- Nigerians express worry over disappearance of redesigned notes
- Policy not carefully planned, say experts
- Analysts predict another round of cash crunch
- December 31 deadline doubtful – BudgiT Foundation
BY TIMOTHY AGBOR, BAMIDELE FAMOOFO, BENEDICT NWACHUKWU, FESTUS OKOROMADU, MAYOWA SAMUEL AND BRIGHT JACOB
Nigerians have called on the President–elect, Bola Tinubu, to, as a matter of priority, revisit the current Naira redesign policy of the Central Bank of Nigeria with a view to correcting the many defects inherent in the policy the moment he is sworn in to office. The calls came following the ‘disappearance’ of the new naira notes meant to replace the old N1,000, N500 and N200 denominations. Investigations by The Point showed that the new notes are unavailable both across the counter and at the Automated Teller Machine galleries in the banks. Besides, daily transactions by small and petty business owners, who form the bulk of Nigeria’s Small and Medium Enterprises, are now done mostly with the old notes.
Interestingly, even the ubiquitous mint note hawkers at various social functions, now ply their trade in the old Naira notes with the ready excuse of ‘no new Naira notes’. The development has led financial experts and public affairs analysts, who also have observed the development to predict that the nation could be plunged again into another round of naira crunch crisis similar to that experienced in the first three months of the year, if the Central Bank of Nigeria fails to do the needful by the end of the extension given by the Supreme Court, which is December 31, 2023. Economists and financial experts, who spoke with our correspondents, in their separate interviews, knocked the policy and its implementation for lacking clarity, proper thinking and specificity in terms of objectivity and expected gains.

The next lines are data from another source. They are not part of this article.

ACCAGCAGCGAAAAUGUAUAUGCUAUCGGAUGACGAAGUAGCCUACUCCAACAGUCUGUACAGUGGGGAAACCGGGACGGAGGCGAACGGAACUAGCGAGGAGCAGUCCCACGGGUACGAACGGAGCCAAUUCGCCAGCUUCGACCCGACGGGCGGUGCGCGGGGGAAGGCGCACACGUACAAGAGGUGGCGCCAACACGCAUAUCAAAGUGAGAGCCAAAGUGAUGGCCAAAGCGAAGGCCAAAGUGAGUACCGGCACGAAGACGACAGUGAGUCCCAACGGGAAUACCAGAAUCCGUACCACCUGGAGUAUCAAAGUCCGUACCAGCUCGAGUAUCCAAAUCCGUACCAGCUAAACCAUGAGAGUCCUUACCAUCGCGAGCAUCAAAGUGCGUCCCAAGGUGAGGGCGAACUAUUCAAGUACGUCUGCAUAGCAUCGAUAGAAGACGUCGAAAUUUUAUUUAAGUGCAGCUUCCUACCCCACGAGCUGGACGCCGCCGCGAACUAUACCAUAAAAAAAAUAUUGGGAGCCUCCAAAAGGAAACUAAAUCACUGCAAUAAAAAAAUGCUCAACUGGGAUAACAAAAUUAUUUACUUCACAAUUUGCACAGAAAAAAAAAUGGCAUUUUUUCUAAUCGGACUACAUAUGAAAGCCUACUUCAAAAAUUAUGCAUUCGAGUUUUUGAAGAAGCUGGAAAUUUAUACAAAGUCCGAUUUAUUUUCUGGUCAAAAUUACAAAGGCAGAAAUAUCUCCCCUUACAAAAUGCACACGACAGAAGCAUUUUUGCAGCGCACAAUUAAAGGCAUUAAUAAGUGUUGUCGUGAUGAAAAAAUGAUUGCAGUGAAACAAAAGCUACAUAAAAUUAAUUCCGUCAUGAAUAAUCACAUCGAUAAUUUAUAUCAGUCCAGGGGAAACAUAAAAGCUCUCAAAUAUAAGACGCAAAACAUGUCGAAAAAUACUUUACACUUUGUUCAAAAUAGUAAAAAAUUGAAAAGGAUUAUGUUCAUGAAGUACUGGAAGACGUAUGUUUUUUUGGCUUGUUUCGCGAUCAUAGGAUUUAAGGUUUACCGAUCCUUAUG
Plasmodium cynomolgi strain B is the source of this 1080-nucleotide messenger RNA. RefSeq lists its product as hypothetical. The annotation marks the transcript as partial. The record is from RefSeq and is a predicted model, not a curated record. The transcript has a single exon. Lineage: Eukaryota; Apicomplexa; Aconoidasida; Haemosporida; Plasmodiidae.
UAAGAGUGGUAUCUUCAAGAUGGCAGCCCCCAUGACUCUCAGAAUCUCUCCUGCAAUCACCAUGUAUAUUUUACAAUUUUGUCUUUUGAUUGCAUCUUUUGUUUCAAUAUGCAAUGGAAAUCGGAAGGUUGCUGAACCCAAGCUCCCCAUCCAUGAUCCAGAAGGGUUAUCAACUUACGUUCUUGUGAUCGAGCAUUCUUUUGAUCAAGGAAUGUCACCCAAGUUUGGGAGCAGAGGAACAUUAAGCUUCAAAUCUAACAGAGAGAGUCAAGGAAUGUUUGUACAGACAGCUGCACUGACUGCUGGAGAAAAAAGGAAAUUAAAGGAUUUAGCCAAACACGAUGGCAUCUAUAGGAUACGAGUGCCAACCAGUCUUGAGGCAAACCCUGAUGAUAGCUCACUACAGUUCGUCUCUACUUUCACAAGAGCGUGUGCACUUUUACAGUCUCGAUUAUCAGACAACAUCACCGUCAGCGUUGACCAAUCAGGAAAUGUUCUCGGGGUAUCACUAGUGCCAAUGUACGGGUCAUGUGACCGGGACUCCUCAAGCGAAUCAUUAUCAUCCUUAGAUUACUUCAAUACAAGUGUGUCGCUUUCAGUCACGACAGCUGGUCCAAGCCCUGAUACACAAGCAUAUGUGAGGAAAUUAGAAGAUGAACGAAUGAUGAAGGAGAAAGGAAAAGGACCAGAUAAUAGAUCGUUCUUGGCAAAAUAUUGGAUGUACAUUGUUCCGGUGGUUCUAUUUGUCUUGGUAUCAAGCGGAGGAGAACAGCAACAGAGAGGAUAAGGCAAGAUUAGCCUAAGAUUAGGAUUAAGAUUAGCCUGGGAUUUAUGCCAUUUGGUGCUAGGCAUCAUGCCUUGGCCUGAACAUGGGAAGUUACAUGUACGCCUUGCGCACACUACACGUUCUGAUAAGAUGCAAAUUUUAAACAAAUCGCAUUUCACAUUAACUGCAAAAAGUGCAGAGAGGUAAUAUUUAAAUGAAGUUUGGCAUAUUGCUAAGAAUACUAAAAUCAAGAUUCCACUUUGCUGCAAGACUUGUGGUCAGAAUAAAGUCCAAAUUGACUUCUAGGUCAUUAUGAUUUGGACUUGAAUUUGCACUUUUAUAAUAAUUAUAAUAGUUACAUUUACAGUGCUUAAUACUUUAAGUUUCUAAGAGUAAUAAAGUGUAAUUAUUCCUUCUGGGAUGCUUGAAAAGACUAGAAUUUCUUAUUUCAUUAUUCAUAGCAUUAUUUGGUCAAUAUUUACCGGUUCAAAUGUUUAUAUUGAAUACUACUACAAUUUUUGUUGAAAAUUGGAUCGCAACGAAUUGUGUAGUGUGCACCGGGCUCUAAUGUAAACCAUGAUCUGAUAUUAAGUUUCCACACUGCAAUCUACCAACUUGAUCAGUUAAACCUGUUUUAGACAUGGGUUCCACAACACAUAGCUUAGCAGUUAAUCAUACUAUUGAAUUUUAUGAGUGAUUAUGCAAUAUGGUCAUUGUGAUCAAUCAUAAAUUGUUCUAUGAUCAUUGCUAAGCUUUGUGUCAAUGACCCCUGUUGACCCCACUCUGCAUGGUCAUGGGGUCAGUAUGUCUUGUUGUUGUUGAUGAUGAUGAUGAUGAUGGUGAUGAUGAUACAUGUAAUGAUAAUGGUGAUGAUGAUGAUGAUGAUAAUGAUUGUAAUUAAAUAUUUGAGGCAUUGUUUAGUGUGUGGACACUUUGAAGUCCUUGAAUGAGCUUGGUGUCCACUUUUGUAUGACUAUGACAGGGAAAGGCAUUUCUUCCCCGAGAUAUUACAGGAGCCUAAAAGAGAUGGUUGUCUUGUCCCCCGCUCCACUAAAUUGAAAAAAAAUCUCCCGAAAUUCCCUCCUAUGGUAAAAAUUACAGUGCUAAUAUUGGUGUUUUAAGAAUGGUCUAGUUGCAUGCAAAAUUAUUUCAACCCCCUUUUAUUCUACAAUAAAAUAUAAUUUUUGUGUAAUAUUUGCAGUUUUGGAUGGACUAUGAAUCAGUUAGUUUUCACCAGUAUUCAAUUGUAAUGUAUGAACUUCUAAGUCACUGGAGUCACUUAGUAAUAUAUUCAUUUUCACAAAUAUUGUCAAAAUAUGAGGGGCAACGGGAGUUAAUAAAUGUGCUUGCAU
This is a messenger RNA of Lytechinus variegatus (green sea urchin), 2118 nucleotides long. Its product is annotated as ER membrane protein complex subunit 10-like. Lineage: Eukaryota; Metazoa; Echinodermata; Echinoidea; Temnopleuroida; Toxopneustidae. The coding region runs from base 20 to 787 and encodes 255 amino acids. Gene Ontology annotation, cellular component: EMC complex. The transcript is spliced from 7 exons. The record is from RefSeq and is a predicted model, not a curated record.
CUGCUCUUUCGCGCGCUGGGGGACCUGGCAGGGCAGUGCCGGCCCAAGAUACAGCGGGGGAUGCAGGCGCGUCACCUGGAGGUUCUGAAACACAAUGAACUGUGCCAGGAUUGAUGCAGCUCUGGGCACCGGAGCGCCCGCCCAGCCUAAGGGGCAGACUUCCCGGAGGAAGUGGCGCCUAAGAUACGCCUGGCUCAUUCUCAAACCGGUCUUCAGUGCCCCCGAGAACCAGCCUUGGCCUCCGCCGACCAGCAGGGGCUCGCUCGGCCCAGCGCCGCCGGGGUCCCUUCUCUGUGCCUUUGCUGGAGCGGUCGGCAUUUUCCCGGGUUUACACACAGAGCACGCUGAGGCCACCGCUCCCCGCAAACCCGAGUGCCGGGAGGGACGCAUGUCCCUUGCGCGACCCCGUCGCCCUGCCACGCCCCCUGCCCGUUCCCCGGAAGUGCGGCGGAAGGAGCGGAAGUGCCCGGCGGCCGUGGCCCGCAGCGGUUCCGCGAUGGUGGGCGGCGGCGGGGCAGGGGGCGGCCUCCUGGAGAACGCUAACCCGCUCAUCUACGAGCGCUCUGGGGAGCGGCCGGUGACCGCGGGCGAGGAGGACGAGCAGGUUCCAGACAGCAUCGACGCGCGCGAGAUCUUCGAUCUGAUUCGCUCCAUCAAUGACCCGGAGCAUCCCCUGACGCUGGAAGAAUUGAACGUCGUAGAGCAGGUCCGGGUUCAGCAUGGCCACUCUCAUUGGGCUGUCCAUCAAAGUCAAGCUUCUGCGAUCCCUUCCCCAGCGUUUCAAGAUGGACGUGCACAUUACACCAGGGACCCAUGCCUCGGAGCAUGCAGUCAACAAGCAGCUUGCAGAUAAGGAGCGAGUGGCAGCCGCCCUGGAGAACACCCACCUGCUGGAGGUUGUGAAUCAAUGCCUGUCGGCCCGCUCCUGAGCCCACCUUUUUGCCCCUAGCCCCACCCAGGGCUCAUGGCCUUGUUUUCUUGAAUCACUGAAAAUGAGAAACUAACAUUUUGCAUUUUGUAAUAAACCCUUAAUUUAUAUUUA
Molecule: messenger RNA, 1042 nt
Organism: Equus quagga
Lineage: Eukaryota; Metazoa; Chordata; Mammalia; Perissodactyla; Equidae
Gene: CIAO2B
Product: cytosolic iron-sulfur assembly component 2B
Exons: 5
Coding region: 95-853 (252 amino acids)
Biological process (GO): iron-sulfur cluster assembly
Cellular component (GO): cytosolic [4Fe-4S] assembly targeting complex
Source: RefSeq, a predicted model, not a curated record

Samuel Atiku, a financial and data expert, while giving insight into what might be responsible for the dearth of the new naira notes, said, “Where we are now is a situation whereby there are question marks about the capacity of the Nigerian Security Printing and Minting Plc to meet the demand. So, essentially, what we have seen is that the old currency that was out of circulation had been pulled back into circulation and that is why we see the biggest volume of the old currency still circulating.
“Since the CBN had said that the old currency will cease to be legal tender by December, we expect that sometime in the year, things should kick off and they begin the rapid swapping of the old notes.
I even suspect that we may see a complete redesign of the currency altogether again but that would be towards the end of the year. Let’s see what happens.”
“All these revolve around my earlier opinion that the Central Bank didn’t think through this policy before its implementation and that puts to question, how the monetary authorities actually consult and the whole planning that goes into policy implementation. That explains, maybe, why inflation rate remains high in the country and most of the monetary indicators seem to be going South.